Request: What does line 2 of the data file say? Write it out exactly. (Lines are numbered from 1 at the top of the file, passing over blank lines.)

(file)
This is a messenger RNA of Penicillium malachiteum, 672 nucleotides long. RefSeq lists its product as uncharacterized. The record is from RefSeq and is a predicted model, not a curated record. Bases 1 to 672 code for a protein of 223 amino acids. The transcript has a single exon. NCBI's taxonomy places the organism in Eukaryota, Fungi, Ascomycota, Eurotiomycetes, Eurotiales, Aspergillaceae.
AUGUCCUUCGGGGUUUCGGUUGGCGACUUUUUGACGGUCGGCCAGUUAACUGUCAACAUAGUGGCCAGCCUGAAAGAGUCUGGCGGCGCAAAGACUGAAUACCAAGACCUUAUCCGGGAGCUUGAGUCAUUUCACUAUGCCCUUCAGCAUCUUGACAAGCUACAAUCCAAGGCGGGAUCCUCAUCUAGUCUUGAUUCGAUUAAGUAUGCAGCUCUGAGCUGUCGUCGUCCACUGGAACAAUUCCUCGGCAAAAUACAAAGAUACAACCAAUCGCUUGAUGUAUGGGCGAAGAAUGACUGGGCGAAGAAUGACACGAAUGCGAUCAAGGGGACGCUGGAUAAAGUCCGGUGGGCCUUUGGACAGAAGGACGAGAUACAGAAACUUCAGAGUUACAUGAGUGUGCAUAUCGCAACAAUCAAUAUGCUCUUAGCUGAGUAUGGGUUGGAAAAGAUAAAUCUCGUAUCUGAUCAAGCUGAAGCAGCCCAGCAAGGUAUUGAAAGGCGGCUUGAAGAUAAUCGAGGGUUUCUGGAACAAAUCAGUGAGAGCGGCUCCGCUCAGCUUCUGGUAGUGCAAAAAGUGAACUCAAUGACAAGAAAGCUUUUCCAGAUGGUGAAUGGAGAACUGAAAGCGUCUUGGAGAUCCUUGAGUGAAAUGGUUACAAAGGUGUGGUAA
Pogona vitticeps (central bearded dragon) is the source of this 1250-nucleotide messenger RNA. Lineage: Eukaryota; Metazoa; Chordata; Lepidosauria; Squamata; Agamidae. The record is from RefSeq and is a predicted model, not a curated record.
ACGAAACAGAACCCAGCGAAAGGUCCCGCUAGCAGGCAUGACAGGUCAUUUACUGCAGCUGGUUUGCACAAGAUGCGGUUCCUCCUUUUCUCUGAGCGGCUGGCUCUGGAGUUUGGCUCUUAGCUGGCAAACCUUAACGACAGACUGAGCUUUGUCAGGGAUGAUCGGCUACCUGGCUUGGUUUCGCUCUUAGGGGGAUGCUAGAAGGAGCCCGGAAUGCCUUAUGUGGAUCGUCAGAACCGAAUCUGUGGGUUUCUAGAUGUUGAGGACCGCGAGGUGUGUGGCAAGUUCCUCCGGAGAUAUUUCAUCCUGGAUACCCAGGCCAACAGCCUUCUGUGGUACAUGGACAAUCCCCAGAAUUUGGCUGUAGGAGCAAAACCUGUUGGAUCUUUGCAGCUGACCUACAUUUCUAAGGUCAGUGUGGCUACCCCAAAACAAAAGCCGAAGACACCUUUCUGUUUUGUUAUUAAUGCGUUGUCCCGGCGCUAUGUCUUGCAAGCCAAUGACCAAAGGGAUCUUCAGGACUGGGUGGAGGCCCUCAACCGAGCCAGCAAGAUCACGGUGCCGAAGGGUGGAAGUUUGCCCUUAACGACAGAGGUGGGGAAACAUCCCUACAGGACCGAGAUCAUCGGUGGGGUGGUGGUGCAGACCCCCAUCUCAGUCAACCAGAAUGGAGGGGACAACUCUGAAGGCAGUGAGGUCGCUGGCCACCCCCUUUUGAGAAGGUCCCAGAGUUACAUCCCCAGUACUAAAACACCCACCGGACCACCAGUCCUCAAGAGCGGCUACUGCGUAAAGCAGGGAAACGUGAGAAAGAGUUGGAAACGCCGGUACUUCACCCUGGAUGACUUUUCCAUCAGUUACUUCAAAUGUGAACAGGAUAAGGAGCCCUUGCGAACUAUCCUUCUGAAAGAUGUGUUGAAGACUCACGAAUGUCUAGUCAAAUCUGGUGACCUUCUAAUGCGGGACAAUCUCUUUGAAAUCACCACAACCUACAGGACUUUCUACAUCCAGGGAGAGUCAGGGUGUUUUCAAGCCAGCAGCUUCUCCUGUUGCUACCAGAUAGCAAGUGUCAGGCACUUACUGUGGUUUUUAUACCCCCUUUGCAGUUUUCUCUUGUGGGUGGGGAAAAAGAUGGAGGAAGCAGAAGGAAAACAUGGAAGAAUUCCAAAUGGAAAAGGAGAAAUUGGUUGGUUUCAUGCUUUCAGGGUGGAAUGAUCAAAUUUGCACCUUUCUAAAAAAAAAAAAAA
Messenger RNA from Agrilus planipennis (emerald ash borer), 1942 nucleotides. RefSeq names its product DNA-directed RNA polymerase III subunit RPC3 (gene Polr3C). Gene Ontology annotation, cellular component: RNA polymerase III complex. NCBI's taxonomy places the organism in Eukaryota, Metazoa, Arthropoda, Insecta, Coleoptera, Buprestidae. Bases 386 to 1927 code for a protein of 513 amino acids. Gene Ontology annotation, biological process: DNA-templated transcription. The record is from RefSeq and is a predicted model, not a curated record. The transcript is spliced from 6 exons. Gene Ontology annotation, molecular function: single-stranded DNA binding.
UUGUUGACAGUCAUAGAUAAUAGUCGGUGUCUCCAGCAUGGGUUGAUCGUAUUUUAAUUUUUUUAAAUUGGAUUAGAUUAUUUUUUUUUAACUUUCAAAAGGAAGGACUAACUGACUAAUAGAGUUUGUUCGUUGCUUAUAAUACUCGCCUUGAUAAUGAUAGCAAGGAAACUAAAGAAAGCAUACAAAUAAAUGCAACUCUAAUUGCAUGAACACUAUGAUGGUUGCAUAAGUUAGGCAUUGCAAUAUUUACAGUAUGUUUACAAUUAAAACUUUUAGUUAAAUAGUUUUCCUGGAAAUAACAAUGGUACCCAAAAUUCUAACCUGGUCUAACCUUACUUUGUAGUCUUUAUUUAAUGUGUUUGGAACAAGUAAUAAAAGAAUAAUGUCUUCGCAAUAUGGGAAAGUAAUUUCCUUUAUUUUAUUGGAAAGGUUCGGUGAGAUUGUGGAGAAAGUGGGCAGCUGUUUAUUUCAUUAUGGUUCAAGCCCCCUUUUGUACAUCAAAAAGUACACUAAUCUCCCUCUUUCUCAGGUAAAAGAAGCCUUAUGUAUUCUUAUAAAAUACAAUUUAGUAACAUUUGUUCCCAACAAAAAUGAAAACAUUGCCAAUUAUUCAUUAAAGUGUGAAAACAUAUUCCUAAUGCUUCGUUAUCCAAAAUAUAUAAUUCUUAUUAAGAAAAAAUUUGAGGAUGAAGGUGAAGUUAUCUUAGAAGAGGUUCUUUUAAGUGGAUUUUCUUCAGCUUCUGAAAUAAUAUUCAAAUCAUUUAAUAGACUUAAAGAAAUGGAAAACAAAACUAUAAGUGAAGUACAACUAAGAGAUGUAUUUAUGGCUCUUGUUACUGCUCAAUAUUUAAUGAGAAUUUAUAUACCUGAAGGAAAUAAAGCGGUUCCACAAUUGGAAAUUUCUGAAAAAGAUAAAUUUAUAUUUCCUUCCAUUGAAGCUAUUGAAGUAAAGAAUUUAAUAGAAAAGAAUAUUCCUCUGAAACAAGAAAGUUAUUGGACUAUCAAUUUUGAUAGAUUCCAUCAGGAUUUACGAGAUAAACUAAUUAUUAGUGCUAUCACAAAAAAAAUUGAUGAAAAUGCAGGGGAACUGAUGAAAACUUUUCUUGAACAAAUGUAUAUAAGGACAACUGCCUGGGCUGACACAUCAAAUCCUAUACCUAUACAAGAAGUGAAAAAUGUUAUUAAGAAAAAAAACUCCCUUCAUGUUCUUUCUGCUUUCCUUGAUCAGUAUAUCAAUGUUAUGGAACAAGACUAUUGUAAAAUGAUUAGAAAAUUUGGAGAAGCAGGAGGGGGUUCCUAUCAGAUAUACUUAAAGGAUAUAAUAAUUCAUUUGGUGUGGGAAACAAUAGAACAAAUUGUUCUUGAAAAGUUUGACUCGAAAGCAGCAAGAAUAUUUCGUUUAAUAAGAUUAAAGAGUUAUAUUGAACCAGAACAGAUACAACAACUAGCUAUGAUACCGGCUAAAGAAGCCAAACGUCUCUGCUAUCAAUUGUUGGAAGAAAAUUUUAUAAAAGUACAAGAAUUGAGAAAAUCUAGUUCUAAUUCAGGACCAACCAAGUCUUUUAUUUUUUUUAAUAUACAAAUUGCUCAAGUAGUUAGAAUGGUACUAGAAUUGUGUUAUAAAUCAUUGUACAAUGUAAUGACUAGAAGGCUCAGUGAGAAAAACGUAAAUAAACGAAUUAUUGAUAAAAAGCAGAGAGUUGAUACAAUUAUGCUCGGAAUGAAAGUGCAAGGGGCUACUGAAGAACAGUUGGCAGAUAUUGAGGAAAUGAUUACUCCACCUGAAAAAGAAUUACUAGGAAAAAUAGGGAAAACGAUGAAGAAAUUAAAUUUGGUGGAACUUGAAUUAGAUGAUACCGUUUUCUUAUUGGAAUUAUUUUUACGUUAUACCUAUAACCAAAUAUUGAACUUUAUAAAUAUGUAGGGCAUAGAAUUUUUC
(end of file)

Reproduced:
AUGUCCUUCGGGGUUUCGGUUGGCGACUUUUUGACGGUCGGCCAGUUAACUGUCAACAUAGUGGCCAGCCUGAAAGAGUCUGGCGGCGCAAAGACUGAAUACCAAGACCUUAUCCGGGAGCUUGAGUCAUUUCACUAUGCCCUUCAGCAUCUUGACAAGCUACAAUCCAAGGCGGGAUCCUCAUCUAGUCUUGAUUCGAUUAAGUAUGCAGCUCUGAGCUGUCGUCGUCCACUGGAACAAUUCCUCGGCAAAAUACAAAGAUACAACCAAUCGCUUGAUGUAUGGGCGAAGAAUGACUGGGCGAAGAAUGACACGAAUGCGAUCAAGGGGACGCUGGAUAAAGUCCGGUGGGCCUUUGGACAGAAGGACGAGAUACAGAAACUUCAGAGUUACAUGAGUGUGCAUAUCGCAACAAUCAAUAUGCUCUUAGCUGAGUAUGGGUUGGAAAAGAUAAAUCUCGUAUCUGAUCAAGCUGAAGCAGCCCAGCAAGGUAUUGAAAGGCGGCUUGAAGAUAAUCGAGGGUUUCUGGAACAAAUCAGUGAGAGCGGCUCCGCUCAGCUUCUGGUAGUGCAAAAAGUGAACUCAAUGACAAGAAAGCUUUUCCAGAUGGUGAAUGGAGAACUGAAAGCGUCUUGGAGAUCCUUGAGUGAAAUGGUUACAAAGGUGUGGUAA